Western economic commentary on China and Russia is usually coloured by monetarist assumptions not necessarily shared in Moscow and Beijing. For this reason, Russian and Chinese fiscal and monetary policies are misunderstood in financial markets, as well as the reasons their governments buy gold.
China has been notably relaxed about her own people acquiring gold, and the government itself appears to be absorbing all of China’s mine output. Russia is also building her official reserves from her own mine supply. The result over time has been the transfer of aboveground gold stocks towards these countries and their allies. The geo-political implications are highly important, but have been ignored by western governments.
China and Russia see themselves as having much in common: they are coordinating security, infrastructure projects and cross-border trade through the Shanghai Cooperation Organisation. Furthermore, those at the top have personal experience of the catastrophic failings of socialism, which have not yet been experienced in Western Europe and North America. Consequently neither government subscribes to the economic and monetary concepts prevalent in the West without serious reservations.
We saw evidence of this from Russia recently, with Putin’s appointment of his own personal economic adviser, Elvira Nabiullina, as the new head of Russia’s central bank. Ms Nabiullina is on record admiring, among others, the writings of Robert Higgs – a leading US economist of the Austrian School. She is therefore likely to take a strong line against the expansion of bank credit, which is confirmed by Russian commentators who believe she will prioritise reforms to strengthen bank balance sheets.
She is not alone. The People’s Bank of China recently let overnight money-market rates soar to over 20%. The message is clear for those prepared to look for it: they are not going to fuel an extended credit bubble. The two countries have learned how damaging a bank-credit-fuelled business cycle can be, and are determined to restrict bank lending. Western commentators find this hard to understand because it does not conform to the way western monetary policy works.
It seems that the leaders of both Russia and China are also painfully aware of the importance of currency stability in a way the West is not. The comparison with the West’s reckless monetary policies is stark. It follows that Russia and China are increasingly concerned about the major currencies, given both countries have substantial trade surpluses. Their exposure to this currency risk explains their keenness for gold. Furthermore, they know that if the renminbi and the rouble are to survive a western currency crisis, they must have the sound-money credibility provided by a combination of monetary restraint and gold backing. And the reason China is happy to let her citizens plough increasing amounts of their savings into gold is consistent with ensuring her people buy into sound money as well.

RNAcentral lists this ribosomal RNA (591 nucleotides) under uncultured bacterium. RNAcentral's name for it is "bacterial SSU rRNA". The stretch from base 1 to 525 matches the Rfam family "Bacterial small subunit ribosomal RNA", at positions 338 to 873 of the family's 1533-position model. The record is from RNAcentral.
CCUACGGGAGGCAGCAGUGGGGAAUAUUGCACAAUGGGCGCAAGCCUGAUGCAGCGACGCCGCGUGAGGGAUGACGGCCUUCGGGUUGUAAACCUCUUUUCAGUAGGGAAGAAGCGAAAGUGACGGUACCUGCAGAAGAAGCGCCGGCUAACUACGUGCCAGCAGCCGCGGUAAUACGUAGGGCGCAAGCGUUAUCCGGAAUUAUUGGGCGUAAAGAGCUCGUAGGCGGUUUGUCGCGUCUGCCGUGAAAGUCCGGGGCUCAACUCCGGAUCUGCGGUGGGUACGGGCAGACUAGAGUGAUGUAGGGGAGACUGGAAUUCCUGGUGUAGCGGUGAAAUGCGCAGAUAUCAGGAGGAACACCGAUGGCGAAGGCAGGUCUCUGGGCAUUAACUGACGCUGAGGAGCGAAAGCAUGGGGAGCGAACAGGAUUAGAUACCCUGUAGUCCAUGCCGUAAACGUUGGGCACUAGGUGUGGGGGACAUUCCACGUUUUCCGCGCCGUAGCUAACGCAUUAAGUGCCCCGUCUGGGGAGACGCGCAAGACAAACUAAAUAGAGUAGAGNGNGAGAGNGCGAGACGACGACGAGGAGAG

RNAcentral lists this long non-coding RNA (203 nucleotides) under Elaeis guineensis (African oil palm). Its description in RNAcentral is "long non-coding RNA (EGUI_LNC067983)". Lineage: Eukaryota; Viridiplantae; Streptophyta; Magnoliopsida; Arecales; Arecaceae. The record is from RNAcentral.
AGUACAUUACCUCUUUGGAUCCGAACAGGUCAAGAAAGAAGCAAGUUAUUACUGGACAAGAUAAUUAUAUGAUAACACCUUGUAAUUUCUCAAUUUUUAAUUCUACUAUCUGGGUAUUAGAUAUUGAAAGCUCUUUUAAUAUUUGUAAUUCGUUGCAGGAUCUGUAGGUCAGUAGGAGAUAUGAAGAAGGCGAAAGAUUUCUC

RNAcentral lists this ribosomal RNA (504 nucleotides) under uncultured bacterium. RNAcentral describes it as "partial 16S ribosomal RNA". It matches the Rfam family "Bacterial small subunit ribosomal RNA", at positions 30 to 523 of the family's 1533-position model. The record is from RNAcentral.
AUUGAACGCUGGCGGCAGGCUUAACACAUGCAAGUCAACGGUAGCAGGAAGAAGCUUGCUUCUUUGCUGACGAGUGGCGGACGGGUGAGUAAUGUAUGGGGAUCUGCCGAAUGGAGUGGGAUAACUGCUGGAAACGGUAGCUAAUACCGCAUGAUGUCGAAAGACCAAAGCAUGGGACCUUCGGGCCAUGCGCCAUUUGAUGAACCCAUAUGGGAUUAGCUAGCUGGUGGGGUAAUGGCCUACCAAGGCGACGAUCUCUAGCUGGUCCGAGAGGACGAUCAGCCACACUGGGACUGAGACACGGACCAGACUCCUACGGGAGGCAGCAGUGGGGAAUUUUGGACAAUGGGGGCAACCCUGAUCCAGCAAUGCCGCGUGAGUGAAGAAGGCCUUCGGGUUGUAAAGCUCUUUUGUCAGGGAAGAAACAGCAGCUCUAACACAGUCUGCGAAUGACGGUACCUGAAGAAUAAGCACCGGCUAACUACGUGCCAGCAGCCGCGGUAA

While the Chinese and Russian governments are authoritarian mercantilists, there are elements of the Austrian School’s economics in their approach. The tragedy for the West and Japan is they have embarked on the opposite weak-money course that can only end in the ultimate destruction of their currencies, leaving Russia and China as the dominant economic powers.
This article was previously published at GoldMoney.com.
“…that can only end in the ultimate destruction of their currencies, leaving Russia and China as the dominant economic powers.”
Isn’t there more to “economic power” than currency? Sure, if the economy is going to run effectively participants need real money but don’t they also need resources, labor, markets, etc? If the West is attempting to enable warfare/welfare states with fiat money, why would it necessarily be bad for the Russians and Chinese to follow another, more sensible path? If one of them became a “dominant economic power”, would that automatically be bad for everyone else? And what, other than big explosions, could be done to prevent their economic advance?
If one of them became a “dominant economic power”, would that automatically be bad for everyone else?
My take on the article is that the author believes it would be the collapse of the current powers that would elevate Russia and China to that status. And, so, yes — that would be bad for everyone else.
Collapse is never, in and of itself, a good thing, though it may be the only way we get out our current mess.
Don’t know whether or not the image was truthful or a photoshopped bearing of false witness, but I do recall that there were rumors of a Mao Christmas tree ornament on a White House Christmas tree back in 2009. [http://www.foxnews.com/politics/2009/12/23/white-house-christmas-decor-featuring-mao-zedong-comes/]. Russia was our best friend forever during World War II when Vladimir Putin’s, himself KGB, father was NKVD. [http://en.wikipedia.org/wiki/Vladimir_Putin#Ancestry.2C_early_life_and_education]. Maybe leaving Russia and China as the dominant economic powers as rent for the use of their political doctrine has been the goal all along.
Maybe the Berlin wall came down because it was no longer needed. When “western” governments became so collectivised, what use is a wall? The east bloc won the cold war. How many people see that?
Mercantilism is wrong – but “produce more money [from nothing]” is even more wrong.
In the land (world) of the blind – the one eyed man is King. And Putin (terrible person though he is) seems to be the one eyed man.
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